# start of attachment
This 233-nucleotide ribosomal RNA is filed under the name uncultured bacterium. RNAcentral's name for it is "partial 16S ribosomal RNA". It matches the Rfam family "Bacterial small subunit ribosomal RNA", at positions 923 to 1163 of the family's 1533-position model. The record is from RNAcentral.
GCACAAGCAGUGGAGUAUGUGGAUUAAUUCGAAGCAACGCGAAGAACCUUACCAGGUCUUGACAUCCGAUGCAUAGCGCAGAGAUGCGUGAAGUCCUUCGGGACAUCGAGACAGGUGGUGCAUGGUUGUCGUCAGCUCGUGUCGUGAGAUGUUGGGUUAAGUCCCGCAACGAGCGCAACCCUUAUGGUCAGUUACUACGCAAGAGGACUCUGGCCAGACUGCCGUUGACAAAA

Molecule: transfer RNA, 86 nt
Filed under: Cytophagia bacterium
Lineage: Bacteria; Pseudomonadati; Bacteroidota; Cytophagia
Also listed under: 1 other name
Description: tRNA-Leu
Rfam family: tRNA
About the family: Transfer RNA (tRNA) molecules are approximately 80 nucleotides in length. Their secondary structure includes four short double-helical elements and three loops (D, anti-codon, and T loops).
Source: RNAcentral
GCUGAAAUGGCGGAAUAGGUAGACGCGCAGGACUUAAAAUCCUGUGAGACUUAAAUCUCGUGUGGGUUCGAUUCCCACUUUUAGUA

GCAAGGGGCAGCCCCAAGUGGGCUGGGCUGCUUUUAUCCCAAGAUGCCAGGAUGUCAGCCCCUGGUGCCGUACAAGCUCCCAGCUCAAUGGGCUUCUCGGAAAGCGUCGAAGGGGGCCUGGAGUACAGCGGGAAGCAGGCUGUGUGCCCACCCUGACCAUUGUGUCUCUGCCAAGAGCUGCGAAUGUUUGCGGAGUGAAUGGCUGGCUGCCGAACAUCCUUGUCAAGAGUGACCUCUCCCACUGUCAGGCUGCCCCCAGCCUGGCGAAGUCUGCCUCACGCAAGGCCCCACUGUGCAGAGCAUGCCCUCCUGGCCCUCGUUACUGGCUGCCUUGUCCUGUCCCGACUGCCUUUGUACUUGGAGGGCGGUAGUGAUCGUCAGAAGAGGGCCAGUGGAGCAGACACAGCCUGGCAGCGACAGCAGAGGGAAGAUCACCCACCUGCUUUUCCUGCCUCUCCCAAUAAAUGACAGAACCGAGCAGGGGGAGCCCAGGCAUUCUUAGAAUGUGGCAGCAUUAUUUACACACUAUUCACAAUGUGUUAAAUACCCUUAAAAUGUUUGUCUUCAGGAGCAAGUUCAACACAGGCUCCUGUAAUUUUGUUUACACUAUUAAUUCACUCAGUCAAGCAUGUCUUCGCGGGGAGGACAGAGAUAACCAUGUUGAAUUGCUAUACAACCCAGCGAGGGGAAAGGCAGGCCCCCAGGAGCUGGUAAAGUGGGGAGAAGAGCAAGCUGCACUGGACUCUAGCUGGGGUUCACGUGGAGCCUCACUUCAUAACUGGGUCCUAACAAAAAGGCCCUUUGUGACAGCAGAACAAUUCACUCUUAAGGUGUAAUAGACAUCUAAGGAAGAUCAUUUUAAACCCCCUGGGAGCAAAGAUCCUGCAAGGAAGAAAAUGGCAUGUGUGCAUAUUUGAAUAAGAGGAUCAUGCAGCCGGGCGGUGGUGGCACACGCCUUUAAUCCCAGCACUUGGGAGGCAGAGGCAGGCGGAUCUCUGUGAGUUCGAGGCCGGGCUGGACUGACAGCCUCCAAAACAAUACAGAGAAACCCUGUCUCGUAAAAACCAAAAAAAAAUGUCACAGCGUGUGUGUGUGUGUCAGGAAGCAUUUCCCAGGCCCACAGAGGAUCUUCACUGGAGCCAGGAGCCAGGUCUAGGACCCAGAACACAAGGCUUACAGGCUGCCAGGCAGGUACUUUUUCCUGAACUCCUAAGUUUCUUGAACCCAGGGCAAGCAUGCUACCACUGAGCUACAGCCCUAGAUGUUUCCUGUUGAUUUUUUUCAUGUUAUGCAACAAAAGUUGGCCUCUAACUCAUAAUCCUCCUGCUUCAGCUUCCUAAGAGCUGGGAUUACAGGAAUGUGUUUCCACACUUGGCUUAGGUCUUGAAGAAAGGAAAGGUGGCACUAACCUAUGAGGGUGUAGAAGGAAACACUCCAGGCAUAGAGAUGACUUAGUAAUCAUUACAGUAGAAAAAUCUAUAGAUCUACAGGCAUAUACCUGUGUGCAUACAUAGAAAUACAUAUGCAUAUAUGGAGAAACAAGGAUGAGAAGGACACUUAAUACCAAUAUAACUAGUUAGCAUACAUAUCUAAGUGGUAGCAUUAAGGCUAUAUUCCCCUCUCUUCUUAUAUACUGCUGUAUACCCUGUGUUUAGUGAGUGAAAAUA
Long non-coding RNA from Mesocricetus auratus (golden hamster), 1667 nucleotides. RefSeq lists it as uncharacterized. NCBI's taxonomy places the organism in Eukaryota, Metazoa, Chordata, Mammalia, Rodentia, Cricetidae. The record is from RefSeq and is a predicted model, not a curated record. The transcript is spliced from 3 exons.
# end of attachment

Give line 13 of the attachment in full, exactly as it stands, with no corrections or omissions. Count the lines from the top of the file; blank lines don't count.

Long non-coding RNA from Mesocricetus auratus (golden hamster), 1667 nucleotides. RefSeq lists it as uncharacterized. NCBI's taxonomy places the organism in Eukaryota, Metazoa, Chordata, Mammalia, Rodentia, Cricetidae. The record is from RefSeq and is a predicted model, not a curated record. The transcript is spliced from 3 exons.